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Building Children's Self-Esteem

"The people who helped me the most were the ones who told me 'what is right with you is more powerful than anything that is wrong with you'"

- words of a looked after child

(Henderson, 1999)



When children feel good about themselves they are likely to achieve more. High self-esteem encourages children to more willingly try new things and feel proud of themselves for what they achieve. Children with higher self-esteem are also better equipped to deal with it when they make a mistake and are more likely to to keep trying until they succeed. This means that children with high self-esteem achieve more in school and find it easier to make friendships.


Low self-esteem may cause children to have feelings of frustration and anxiety. They may feel reluctant to work and participate in learning for fear of failure. Children with low self-esteem often have a more difficult time making and keeping friendships or may find themselves being treated poorly or even bullied as a result of being unable to stand up for themselves. Low self-esteem may also be reason for a child to be withdrawn with others or to give into pressure to do things they don't want to.


Practical Ways to Build Positive Self-Esteem in the Classroom


Praise

Authentic self-esteem comes from people recognising children's accomplishments and from children being able to identify, understand and make use of their own strengths. However this does not mean giving children praise for every tiny thing they do or praising them and telling them they've done a great job if they have not as then praise becomes meaningless and no longer rings true.


It is also important to remember that praise is not only deserved when children achieve excellent outcomes, it is also deserved when they have worked really hard and tried their best towards an outcome.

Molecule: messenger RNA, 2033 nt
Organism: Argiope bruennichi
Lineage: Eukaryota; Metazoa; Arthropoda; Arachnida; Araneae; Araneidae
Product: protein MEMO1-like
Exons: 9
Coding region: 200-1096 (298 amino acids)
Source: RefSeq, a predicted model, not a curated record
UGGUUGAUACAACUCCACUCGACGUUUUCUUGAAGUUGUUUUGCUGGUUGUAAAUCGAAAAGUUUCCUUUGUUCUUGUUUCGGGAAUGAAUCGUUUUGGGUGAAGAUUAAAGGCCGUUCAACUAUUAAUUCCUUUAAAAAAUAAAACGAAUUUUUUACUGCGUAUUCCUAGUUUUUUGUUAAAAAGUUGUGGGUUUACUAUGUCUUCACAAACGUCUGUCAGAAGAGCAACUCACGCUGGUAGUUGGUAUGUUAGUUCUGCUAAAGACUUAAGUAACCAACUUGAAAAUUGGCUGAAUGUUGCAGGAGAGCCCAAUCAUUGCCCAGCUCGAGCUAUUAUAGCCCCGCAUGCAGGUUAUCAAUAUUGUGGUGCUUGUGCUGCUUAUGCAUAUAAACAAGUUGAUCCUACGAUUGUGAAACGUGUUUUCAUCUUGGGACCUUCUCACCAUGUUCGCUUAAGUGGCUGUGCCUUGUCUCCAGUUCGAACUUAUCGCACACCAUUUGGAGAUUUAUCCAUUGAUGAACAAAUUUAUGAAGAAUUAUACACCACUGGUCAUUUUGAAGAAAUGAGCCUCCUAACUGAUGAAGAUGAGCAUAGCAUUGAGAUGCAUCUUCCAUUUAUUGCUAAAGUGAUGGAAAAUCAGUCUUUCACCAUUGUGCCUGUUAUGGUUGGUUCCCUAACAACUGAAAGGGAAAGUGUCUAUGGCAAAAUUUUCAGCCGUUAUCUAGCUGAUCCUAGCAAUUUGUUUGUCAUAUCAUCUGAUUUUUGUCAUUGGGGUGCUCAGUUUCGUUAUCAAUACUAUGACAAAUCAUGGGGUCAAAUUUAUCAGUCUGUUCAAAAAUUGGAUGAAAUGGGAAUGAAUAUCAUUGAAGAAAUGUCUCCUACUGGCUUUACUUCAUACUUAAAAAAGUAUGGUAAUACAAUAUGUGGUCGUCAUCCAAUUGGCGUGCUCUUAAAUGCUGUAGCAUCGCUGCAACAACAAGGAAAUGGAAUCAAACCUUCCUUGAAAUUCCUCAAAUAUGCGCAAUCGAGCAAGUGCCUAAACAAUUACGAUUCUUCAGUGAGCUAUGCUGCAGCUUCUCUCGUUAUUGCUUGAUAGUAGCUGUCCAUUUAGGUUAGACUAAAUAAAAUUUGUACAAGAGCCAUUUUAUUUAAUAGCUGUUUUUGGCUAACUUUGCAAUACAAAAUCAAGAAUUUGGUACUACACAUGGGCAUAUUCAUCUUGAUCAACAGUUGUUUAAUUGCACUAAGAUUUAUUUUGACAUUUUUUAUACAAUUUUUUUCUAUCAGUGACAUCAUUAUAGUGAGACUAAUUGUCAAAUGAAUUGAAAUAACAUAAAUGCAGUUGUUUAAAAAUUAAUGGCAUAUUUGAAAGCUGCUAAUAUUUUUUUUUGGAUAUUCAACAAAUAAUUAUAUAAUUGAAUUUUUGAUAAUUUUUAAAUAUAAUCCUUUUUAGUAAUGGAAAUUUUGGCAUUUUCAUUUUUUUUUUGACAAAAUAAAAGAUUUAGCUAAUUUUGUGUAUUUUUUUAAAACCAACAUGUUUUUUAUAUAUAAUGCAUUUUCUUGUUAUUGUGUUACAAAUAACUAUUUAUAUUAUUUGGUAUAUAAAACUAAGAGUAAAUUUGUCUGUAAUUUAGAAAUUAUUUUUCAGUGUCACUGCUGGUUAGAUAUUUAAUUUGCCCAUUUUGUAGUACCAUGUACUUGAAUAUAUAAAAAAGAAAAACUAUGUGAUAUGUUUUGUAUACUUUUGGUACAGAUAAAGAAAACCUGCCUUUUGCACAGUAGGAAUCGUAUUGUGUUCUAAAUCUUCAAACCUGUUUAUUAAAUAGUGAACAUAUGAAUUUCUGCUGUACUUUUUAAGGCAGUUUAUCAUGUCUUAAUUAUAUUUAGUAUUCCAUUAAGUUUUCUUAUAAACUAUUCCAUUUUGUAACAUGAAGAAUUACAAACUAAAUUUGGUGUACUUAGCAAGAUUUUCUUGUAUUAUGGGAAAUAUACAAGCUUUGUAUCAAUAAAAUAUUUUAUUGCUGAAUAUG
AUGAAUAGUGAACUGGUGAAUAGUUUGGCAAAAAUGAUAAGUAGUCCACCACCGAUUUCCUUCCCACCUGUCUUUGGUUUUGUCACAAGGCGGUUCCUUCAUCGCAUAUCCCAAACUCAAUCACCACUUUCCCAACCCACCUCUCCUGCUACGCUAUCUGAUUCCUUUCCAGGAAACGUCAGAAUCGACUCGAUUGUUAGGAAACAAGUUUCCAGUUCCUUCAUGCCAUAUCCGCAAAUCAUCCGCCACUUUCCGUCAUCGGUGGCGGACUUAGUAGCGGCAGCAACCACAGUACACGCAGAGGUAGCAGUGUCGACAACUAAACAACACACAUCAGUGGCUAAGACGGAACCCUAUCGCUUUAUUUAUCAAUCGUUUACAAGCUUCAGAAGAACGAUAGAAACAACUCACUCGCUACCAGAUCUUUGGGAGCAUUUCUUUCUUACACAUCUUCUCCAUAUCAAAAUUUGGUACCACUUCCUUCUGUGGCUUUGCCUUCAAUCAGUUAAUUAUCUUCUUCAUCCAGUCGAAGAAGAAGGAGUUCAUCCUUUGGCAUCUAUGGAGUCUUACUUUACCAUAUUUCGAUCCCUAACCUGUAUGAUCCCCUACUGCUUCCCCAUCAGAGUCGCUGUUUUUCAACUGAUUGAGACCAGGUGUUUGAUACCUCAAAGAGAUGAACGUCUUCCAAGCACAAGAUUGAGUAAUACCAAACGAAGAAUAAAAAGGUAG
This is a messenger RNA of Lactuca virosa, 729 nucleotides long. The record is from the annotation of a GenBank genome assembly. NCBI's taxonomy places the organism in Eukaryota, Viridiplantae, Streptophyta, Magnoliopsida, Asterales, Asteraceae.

In contrast it is also important not to over criticise. People sometimes wrongly believe that criticism will help to motivate children into doing better however the likelihood is that the opposite will happen. Children will hear the criticism and believe it of themselves and it will lower their self-esteem.


Realistic Expectations

It is important to never set children up to failure. Differentiation allows for each child in the class to achieve success at work they are able to complete. Expectations of a child should always match their capabilities.


It is Okay To Make Mistakes

Children who are afraid of failure are less likely to try things in the first place. Adults should model making mistakes and more importantly model ways in which to deal with making a mistake. Through this adults can show children that making mistakes is normal and that you can learn from your mistakes to make sure you get it right in the future. Children can begin to see mistakes as a part of learning.


Build on Strengths

It is important to help children to discover their own strengths. When the spotlight shifts from a child's weaknesses to their strengths they begin to realise their own self worth.


One idea that you can try to support this idea is 'strength cards' as a way to help children identify and name their own inner strengths. They can be used to encourage the child themselves to pick out the cards they believe represent their strengths or you can ask other children within the group to pick strengths that they believe represent the child. There is opportunity for various discussions to be begun starting with the strength cards. Alternatively the child can design their own strength card for what they believe their own strength to be.


Special Jobs

Giving children a job or responsibility within the classroom can help to give them a sense of worth and improved self-confidence. They are more likely to feel appreciated for their efforts and will show the reliability that has been expected from them.


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